The dynamic road marking system is preferably provided in the road surface. The light source generating the guidance light preferably comprises a plurality of light sources (for example 4, 8, 10, 15 or 20 LEDs) which are arranged next in the road surface, next to each other and transversely to the driver's direction of view. Said light sources are so closely spaced that they cannot be individually distinguished by the human eye. The guidance light preferably comprises colored light, for example amber or green. It is particularly suitable if the color of the guidance light can be adapted to the intensity of the flow of traffic.
The dynamic road marking system is preferably provided approximately in the center of the roadway or lane. This has the advantage that this location is suitable for giving visual information because the driver generally looks straight ahead. In addition, the other, mostly painted, road marking can be preserved. Besides, a road marking system provided in the center of the roadway or lane is subject to a comparatively small mechanical load.
To create the impression that the guidance light moves along with the flow of traffic, the light source in successive road marking units is switched on and off. If the speed of the guidance light is high, the road marking units can also be switched alternately, for example only the even road marking units are switched on and off.
To lend the guidance light a seemingly continuous appearance, a distance d between two successive road marking units preferably lies in the range from 10≦d≦50 cm. If the distance d is smaller than 10 cm, a large number of road marking units (and associated light sources) is necessary to achieve the desired effect. If the distance between two successive road marking units is above 50 cm, the coherence of the light sources is such that they are no longer perceived as forming a coherent guidance light by the road user. A particularly suitable distance d between two successive road marking units lies in the range between 15 and 20 cm.
A preferred embodiment of the dynamic road marking system in accordance with the invention is characterized in that the road marking system generates a plurality of guidance lights so as to make sure that at least one guidance light is visible between each one of the vehicles. This enables the speed of and/or the mutual distance between a large number of vehicles forming part of a flow of traffic and traveling over this road segment, to be influenced by the road marking system.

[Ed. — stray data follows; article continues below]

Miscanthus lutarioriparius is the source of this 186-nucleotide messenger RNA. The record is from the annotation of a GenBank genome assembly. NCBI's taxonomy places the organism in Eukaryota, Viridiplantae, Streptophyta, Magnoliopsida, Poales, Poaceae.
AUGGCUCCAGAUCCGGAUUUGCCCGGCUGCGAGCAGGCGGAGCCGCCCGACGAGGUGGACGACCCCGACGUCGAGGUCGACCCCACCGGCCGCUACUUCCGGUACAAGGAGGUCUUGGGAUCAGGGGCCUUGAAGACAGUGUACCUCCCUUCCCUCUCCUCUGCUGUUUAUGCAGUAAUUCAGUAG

An alternative embodiment of the dynamic road marking system in accordance with the invention is characterized in that the road marking system generates a plurality of guidance lights so as to make sure that at least two guidance lights are visible between two successive vehicles. This enables the speed of and/or the mutual distance between a large number of vehicles forming part of a flow of traffic and traveling over this road segment, to be influenced by the road marking system. In addition, the mutual distance between the two guidance lights visible between two successive vehicles enables additional space to be created between said two vehicles.
Preferably, the distance between the two guidance lights that are visible between two successive vehicles is sufficiently large to admit a vehicle originating from a different roadway to filter in between the two successive vehicles. In this situation, the dynamic road marking system helps drivers to join the flow of traffic, which is commonly referred to as “interweaving”. Interweaving means that two flows of traffic which come together integrate into one flow of traffic. This situation occurs, in practice, at the location of an acceleration lane or at locations where two roadways or lanes come together, so that vehicles from various roadways or lanes are joined on a smaller number of roadways or lanes. A well-known phenomenon in the case of “interweaving” is that vehicles of one flow of traffic tend to drive to close together, thereby giving the flow of traffic that tries to filter in insufficient room to do so. In general, vehicles can only drive close together if the drivers reduce the speed of their vehicle. Such comparatively low speeds often give rise to traffic jams with delays at a location where interweaving should take place. By using a road marking system as described hereinabove, interweaving is made easier while the speed of the vehicles in the flows of traffic coming together can remain comparatively high. In addition, said road marking system enhances traffic safety.